Avett Brothers – Asheville Civic Center – Asheville, NC – Dec. 30, 2010
It’s about three-quarters of the way through the Avett Brothers’ set at the Asheville Civic Center Thursday night, when my buddy Chall leans over and says “Five years ago, these guys were playing at Malaprop’s Bookstore for six people.”
Until then, I was just watching a band I’d seen before, doing just fine at what I’ve come to expect from them. It was that simple recollection, though, which pulled me into the present moment.
There I am on some secret upper balcony – above the entire crowd, looking down at approximately five thousand dancing, clapping, fist-pumping, along-singing strangers, a few thousand balloons, and some lovely chandeliers. A couple of friends. We’re the only ones up there. Just us, three chairs, three beers, and an empty balcony.
It was three or four years ago when I saw the Avetts play for the first time at Woodland Park Zoo in Seattle. There was rain, my friend Lydia and I sat on trash bags, then up and started bouncing about like everyone else.
The last best memory I have of seeing the Avetts was at Sasquatch 2009. I was in the pit, about five feet from the stage, head down, dancing my own ass off. Columbia River Gorge right behind them – easily one of the most beautiful venues I’ve ever seen. It was about halfway through a long, dusty festival day, which I believe started in a cramped press trailer as Mad Rad played a too-early-for-what-they-do set a hundred yards away. I think that may have been the day news broke that Jay Bennett had died.
All this came back as I sat there, in my new town, watching a band I’ve seen play at least a dozen times before. The way five years can change a thing.
In this case, the brothers have become a quintet with drums – a fact which made my face curl at the notion that they’re still playing a kickdrum and a hi-hat up front. Is that a gimmick now? A remnant? Simply another layer?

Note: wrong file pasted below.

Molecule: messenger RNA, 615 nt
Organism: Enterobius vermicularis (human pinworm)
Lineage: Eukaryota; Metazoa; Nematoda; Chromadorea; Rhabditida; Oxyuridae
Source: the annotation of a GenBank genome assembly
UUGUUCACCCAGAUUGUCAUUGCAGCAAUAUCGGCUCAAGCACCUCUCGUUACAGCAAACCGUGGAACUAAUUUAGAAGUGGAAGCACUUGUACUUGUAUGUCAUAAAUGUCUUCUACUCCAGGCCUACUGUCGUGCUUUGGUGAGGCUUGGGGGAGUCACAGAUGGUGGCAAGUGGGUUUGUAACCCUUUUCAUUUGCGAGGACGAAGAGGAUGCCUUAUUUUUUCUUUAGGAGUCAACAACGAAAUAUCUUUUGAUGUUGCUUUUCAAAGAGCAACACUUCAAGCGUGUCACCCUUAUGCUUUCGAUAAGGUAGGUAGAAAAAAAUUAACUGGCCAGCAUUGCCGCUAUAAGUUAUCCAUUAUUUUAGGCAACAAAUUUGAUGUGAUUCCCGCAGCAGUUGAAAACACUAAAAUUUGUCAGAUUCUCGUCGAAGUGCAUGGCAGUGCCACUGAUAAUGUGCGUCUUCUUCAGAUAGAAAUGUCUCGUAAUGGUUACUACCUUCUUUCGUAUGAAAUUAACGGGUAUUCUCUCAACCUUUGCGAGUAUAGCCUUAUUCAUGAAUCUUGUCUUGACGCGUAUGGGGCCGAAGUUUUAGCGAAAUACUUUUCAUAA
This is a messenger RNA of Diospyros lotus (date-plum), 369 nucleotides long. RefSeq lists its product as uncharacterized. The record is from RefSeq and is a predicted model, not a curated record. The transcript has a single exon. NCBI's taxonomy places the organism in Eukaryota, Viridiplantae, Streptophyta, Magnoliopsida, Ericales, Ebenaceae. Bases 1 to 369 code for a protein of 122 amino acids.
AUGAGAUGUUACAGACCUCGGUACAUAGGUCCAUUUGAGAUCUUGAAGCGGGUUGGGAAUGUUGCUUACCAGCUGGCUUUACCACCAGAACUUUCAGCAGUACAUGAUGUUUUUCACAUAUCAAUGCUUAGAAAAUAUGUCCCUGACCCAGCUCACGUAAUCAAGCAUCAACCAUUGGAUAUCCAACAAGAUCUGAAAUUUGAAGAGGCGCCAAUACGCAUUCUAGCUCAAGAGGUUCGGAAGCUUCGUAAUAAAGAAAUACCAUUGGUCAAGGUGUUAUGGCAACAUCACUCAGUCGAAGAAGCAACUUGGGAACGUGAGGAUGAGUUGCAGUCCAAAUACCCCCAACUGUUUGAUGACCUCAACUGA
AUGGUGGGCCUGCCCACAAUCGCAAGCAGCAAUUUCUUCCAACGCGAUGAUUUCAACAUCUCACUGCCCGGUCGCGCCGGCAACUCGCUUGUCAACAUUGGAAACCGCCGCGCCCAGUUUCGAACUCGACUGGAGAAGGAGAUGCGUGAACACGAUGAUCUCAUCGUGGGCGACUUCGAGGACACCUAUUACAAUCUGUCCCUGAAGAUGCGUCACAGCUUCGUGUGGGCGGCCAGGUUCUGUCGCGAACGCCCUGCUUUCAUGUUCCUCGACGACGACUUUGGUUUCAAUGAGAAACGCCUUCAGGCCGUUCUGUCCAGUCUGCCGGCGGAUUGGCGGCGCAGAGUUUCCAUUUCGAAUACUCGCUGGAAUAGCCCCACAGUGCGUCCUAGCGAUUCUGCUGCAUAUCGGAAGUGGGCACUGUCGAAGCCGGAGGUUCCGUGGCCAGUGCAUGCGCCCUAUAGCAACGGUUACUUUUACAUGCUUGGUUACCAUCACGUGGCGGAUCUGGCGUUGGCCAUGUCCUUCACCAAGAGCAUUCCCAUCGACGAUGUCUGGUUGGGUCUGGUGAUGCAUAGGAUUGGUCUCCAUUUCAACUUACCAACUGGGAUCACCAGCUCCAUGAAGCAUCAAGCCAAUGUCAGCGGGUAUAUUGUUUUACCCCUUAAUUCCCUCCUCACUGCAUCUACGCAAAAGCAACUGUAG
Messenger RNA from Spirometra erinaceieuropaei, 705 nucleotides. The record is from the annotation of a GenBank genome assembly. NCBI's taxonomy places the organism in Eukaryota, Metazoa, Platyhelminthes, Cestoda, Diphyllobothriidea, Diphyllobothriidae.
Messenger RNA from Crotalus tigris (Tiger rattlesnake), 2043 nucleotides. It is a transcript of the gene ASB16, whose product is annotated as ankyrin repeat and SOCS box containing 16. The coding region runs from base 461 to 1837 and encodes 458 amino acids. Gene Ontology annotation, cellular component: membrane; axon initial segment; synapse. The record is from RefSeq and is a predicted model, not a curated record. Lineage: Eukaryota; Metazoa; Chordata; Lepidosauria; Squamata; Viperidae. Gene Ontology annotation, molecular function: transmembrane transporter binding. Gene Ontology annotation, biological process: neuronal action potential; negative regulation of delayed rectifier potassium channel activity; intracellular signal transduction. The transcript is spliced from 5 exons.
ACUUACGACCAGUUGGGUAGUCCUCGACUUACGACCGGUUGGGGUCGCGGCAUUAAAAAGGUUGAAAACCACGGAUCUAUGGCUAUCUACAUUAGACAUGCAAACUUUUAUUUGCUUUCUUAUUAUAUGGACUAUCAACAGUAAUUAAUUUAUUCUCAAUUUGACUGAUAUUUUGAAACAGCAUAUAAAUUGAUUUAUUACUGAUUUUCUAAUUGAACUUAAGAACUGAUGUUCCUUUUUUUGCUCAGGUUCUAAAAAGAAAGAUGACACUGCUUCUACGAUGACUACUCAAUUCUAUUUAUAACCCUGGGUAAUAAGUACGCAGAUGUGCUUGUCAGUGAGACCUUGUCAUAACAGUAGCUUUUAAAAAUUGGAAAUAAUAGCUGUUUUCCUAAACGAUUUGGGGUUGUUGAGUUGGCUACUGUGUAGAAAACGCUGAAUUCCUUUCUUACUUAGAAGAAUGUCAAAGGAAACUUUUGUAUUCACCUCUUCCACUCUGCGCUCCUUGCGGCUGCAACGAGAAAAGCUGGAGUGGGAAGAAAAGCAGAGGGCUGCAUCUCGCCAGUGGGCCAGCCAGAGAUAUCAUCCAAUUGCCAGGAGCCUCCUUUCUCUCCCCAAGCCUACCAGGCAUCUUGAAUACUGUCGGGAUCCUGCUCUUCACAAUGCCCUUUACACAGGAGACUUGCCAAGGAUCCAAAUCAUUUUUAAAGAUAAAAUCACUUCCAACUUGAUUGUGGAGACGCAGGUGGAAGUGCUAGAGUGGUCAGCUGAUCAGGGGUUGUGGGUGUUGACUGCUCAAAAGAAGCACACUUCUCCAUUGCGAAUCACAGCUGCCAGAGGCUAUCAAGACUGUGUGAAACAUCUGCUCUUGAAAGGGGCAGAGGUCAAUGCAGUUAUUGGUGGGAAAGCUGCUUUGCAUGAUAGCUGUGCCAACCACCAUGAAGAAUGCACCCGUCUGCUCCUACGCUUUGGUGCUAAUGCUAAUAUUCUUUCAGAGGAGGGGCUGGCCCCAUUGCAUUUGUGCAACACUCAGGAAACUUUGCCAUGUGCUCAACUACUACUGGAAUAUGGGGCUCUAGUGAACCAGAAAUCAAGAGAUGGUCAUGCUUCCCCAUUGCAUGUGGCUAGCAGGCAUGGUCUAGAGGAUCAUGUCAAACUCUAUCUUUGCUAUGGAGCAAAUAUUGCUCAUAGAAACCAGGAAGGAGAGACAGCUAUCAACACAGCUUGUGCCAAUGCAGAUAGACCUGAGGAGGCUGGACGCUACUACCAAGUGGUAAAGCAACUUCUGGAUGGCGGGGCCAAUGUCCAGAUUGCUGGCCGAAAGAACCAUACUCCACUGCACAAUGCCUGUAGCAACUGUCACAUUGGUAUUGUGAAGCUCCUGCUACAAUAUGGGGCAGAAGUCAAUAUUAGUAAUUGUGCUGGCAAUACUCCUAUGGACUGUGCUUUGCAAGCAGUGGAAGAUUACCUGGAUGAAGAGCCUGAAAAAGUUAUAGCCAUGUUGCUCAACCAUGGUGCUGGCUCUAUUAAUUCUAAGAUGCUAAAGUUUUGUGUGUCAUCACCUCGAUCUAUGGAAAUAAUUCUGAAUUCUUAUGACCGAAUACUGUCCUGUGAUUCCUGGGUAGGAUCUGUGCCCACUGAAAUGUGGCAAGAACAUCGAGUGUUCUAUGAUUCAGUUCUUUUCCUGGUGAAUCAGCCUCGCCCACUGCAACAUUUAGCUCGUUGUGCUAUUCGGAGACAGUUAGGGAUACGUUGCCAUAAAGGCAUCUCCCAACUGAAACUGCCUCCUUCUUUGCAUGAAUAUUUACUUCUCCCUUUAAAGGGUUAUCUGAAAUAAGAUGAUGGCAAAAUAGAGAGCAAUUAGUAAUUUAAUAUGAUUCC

It was hard to tell, honestly. The sound at the Civic Center being, shall we say, less than stellar. Most of the time, whatever cellist Joe Kwon was doing was pretty much inaudible. Or maybe it was just that we were sitting above the speakers.
I don’t generally like heights, but the view was too good to pass up.
So, it’s a difficult task to tell you how the Avett Brothers sounded this particular night. I can say at one point Seth Avett leaped off the stage and drove the people down front nuts. I believe he had his guitar when he jumped into the crowd, and did not have it when he returned to the stage. Scott stomped around like a steroid-shot wind-up toy, shredding against his banjo. Kwon, lept and sawed that cello in a way which would likely cause Yo Yo Ma to spit his food out. Or applaud. Or both.
But, as tends to be true of an Avett Brothers show, there was some sense it didn’t matter if all the instruments were balanced in the speakers. It didn’t matter that the vocal mics were somehow at once tinny and muddy. If you want to know whether or not the Avetts are capable of hitting the right notes at the right time, flowing through intuitive harmonies, and trading instrumental licks (and they are), then you can pick up an album – or download it, or whatever you do. If you want to party; if you want to dance around like an idiot; if you want to abandon your troubles and connect with something; if you want to watch a couple of guys channel every living ounce of pain and excitement their skinny little cells can muster, then you go see the Avetts live.
Granted, it took some time for band and audience to coalesce this particular night, but this was a homestate crowd. They were bound to be won, and the Avetts had no problem doing the work to get there.
Lord only knows what personal developments have gone down in those guys’ lives since they were playing to those six-strong crowds at bookstores five years ago. But, as their live show seems to attest, there’s little doubt of what kind of role the music has played for them. No doubt the recordings have veered from the stripped-down stringband thing they were doing back then. Sometimes it’s nice to see artists get more options. Indeed, their ’09 release – I and Love and You – was decidedly more polished and produced, more palatable to a larger audience. Here at home – or near it – they’re able to damn near sell out two nights in a row at the Civic Center. Not too shabby.
Those five years have done their thing. The stage is bigger now, the audience more enthusiastic, the venues have secret upper balconies. But, like the bookstore days, it’s apparent the Avett Brothers are still doing little more than following the songs, wherever they might lead.